Tax reform contributes to 1998 record resales; Savings encourage owners to sell now


CALL IT the $6 billion-a-year campaign giveaway. Call it the Baby Boomer Relief Act. Call it the best thing Congress has done for the nation's homeowners this century.

Whatever you call it, the fact is that it appears to be working. Barely two years after taking effect, the sweeping federal tax reforms allowing home sellers to pocket $250,000 to $500,000 worth of sale profits tax-free are beginning to change property owners' behavior -- and are filling their bank accounts with cash.

Interviews with real estate professionals in major U.S. markets suggest that the capital gains changes enacted by Congress in 1996 have helped push home resales to record levels, are encouraging some empty-nesters to downsize their housing earlier than planned, and may be stimulating interest among some couples in moving back to the city from the suburbs.

Though he emphasized that no formal studies have been conducted, Frederick E. Flick, research chief for the National Association of Realtors, says it's "highly likely" that the tax changes "are encouraging some people to sell [their homes] who otherwise wouldn't," and the stimulus could have influenced from "100,000 to 500,000" of last year's record 4.8 million home resales.

The highest numbers of resales before 1996 were 3.99 million in 1978 and 3.94 million in 1994. In 1995, the year before the tax law was passed, 3.8 million homes were resold. Other factors, including the booming economy and low mortgage rates, have played major roles in recent high resale volumes, according to Flick and other analysts.

Real estate sales executives in some markets insist the tax changes are having significant effects on certain owners, especially baby boomers.

A Los Angeles sales manager for one of California's largest realty brokerages, Robert Gayle of Fred Sands Superior Brokers, said his firm regularly lists and sells houses for couples in their 50s and older who are motivated by the $250,000 to $500,000 tax-free changes.

In one recent case, said Gayle, a husband and wife told him that they had hesitated to sell their $600,000-plus home because they feared the combined federal-state capital gains tax would take much of their proceeds, leaving them with little cash.

In the wake of the law change, they have been free to sell, buy a smaller house for cash and save the balance for retirement. The couple, said Gayle, recently downsized to a $250,000 home with fewer bedrooms and a smaller lot, and put more than $200,000 in cash in the bank.

"There's no question," said Gayle, "that the [tax law] change motivated them. They were quite open about it."

In Cleveland, Barbara Reynolds, the senior vice president who supervises sales in the 45 branch offices of Realty One Inc., Ohio's largest brokerage, says, "I hear it on the street every day that people who would have waited another five or six years" before moving, are selling early to take advantage of the capital gains changes.

Some of these sellers are heading back into Cleveland from the suburbs, she said, fueling Cleveland's urban revival.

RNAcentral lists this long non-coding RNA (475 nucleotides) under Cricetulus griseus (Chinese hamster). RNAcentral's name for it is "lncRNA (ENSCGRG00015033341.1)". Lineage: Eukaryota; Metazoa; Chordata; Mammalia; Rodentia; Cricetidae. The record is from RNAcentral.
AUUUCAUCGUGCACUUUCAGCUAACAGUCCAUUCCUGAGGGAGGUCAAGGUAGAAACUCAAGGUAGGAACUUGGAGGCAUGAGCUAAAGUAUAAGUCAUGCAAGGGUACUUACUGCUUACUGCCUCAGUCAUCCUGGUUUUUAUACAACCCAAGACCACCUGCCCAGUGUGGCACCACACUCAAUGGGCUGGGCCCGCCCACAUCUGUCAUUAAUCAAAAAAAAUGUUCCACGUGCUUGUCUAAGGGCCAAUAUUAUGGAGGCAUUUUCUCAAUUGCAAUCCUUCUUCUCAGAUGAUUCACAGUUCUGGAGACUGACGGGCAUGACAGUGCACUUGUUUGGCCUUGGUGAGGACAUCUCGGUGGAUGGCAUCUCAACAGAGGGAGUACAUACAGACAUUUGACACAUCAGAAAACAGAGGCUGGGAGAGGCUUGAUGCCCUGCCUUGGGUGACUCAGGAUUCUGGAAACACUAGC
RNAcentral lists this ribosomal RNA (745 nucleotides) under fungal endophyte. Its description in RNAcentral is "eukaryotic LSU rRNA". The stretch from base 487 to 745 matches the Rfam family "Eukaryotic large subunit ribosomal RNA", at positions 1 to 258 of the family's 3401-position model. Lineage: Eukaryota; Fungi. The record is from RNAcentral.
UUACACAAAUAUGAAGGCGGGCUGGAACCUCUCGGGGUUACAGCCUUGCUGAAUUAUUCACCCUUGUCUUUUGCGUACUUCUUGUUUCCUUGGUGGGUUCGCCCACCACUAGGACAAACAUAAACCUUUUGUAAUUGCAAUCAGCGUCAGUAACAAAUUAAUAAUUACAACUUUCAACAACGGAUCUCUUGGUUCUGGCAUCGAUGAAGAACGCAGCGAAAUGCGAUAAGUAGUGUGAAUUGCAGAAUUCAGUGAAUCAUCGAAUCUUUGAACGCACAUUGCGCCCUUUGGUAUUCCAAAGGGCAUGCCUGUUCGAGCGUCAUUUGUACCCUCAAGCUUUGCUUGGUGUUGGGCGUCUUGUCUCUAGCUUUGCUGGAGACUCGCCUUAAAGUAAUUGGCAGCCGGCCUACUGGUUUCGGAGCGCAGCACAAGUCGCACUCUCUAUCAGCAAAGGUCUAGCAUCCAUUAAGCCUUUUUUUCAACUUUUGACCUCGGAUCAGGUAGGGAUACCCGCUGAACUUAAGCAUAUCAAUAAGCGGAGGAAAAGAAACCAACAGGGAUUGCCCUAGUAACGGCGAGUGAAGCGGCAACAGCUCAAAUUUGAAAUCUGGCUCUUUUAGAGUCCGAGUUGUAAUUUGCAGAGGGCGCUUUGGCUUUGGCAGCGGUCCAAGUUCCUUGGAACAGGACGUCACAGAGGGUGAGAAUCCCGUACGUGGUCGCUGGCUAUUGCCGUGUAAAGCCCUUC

In Clearwater, Fla., Lewis Sticco, chief financial officer of the state's largest real estate brokerage, Prudential Florida Realty, says tax-motivated buyers in the 35-to-50 age bracket from Northern states are pumping the cash they pocket tax-free from selling family homes in Connecticut, Massachusetts and New York into red-hot markets like Naples, Fla., and Boca Raton-Fort Lauderdale, Fla.

In Washington, where the in-town housing market is beginning to surge, the head of the country's third-largest independent realty company, P. Wesley Foster of Long & Foster Real Estate Inc., says the back-to-the-city movement is being stimulated "in part" by the tax change.

Foster says the trend his firm sees "isn't necessarily downsizing" by empty-nesters using tax-free gains, but for "buying up again."

Rather than opting for less luxurious units than they had in the suburbs, some are buying pricey places closer to the city, where cultural attractions are convenient.

This anecdotal evidence should please the two politicians who called for drastically streamlining home sales taxation in the last presidential campaign -- Bill Clinton and Bob Dole.

Both candidates proposed scrapping the long-standing "rollover" provision of tax law, which encouraged homeowners to roll gains tax-deferred into successively larger homes until they reach 55, at which point they could pocket $125,000 of their profits, and pay capital gains taxes on everything above that.

Both candidates emphasized that the cost to the tax system of the streamlining would be modest. The actual cost, at least as measured in new estimates by the congressional Joint Tax Committee, is substantial: about $31 billion over the next five years.

For home sellers, that's a bipartisan $6 billion per year they wouldn't be able to pocket if they paid capital gains taxes on their profits.

Kenneth R. Harney is a syndicated columnist. Send letters care of the Washington Post Writers Group, 1150 15th St. N.W., Washington, D.C. 20071.

Pub Date: 1/24/99

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